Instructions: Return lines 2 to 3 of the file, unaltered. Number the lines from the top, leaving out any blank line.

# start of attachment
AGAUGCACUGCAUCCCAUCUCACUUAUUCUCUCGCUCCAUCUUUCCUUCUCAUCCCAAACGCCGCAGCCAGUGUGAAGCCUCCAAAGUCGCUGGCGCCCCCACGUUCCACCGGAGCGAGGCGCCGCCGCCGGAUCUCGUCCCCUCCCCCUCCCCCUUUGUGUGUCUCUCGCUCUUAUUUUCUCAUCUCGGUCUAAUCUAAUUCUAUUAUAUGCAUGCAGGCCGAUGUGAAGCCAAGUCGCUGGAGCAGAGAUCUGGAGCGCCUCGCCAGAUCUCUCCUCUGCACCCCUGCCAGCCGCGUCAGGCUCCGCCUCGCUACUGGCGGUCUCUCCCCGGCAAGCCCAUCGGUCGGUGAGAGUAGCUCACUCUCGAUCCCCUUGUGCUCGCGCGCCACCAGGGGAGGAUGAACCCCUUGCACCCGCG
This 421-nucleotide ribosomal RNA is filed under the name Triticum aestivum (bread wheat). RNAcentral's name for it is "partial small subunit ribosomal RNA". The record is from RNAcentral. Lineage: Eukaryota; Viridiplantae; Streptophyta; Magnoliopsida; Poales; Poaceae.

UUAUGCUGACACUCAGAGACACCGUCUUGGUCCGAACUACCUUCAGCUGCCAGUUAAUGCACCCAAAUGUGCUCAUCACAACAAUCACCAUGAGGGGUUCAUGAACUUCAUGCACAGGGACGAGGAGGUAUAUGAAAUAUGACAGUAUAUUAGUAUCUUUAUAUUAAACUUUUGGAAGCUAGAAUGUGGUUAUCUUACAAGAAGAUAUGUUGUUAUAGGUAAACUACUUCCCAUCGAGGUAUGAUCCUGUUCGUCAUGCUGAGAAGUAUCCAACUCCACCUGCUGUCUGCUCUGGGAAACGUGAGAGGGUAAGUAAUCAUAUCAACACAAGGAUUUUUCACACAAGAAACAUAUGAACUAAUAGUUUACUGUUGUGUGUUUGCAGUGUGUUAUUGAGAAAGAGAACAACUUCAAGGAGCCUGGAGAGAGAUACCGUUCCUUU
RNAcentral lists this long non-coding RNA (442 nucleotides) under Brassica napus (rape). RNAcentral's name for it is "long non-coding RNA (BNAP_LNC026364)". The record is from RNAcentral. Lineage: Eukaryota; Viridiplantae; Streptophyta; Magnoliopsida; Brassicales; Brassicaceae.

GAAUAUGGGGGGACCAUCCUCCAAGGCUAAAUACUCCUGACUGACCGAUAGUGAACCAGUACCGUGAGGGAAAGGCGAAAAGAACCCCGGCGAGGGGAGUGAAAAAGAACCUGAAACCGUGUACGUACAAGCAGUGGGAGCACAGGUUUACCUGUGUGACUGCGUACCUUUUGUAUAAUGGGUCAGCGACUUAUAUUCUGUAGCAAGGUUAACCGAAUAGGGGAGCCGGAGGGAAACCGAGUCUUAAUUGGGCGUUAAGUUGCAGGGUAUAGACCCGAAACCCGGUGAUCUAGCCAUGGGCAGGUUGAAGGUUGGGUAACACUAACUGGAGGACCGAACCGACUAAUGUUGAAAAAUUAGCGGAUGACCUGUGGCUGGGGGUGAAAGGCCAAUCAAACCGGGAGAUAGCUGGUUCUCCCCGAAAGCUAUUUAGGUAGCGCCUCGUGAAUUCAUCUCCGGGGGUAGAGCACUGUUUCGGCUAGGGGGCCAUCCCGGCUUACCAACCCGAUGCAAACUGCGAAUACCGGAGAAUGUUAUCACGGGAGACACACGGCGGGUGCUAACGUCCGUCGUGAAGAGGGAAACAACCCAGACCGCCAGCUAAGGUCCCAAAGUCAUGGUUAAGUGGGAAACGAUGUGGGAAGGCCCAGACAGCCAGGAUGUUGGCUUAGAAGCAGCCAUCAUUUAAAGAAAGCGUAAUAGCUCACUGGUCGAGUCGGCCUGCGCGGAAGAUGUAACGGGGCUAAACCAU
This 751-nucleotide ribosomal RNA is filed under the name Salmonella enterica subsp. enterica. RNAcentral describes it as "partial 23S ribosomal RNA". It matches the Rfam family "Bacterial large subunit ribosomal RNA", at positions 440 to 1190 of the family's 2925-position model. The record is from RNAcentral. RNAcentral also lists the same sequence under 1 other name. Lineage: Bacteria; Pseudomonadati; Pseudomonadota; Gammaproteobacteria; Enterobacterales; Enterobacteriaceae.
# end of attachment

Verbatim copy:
This 421-nucleotide ribosomal RNA is filed under the name Triticum aestivum (bread wheat). RNAcentral's name for it is "partial small subunit ribosomal RNA". The record is from RNAcentral. Lineage: Eukaryota; Viridiplantae; Streptophyta; Magnoliopsida; Poales; Poaceae.

UUAUGCUGACACUCAGAGACACCGUCUUGGUCCGAACUACCUUCAGCUGCCAGUUAAUGCACCCAAAUGUGCUCAUCACAACAAUCACCAUGAGGGGUUCAUGAACUUCAUGCACAGGGACGAGGAGGUAUAUGAAAUAUGACAGUAUAUUAGUAUCUUUAUAUUAAACUUUUGGAAGCUAGAAUGUGGUUAUCUUACAAGAAGAUAUGUUGUUAUAGGUAAACUACUUCCCAUCGAGGUAUGAUCCUGUUCGUCAUGCUGAGAAGUAUCCAACUCCACCUGCUGUCUGCUCUGGGAAACGUGAGAGGGUAAGUAAUCAUAUCAACACAAGGAUUUUUCACACAAGAAACAUAUGAACUAAUAGUUUACUGUUGUGUGUUUGCAGUGUGUUAUUGAGAAAGAGAACAACUUCAAGGAGCCUGGAGAGAGAUACCGUUCCUUU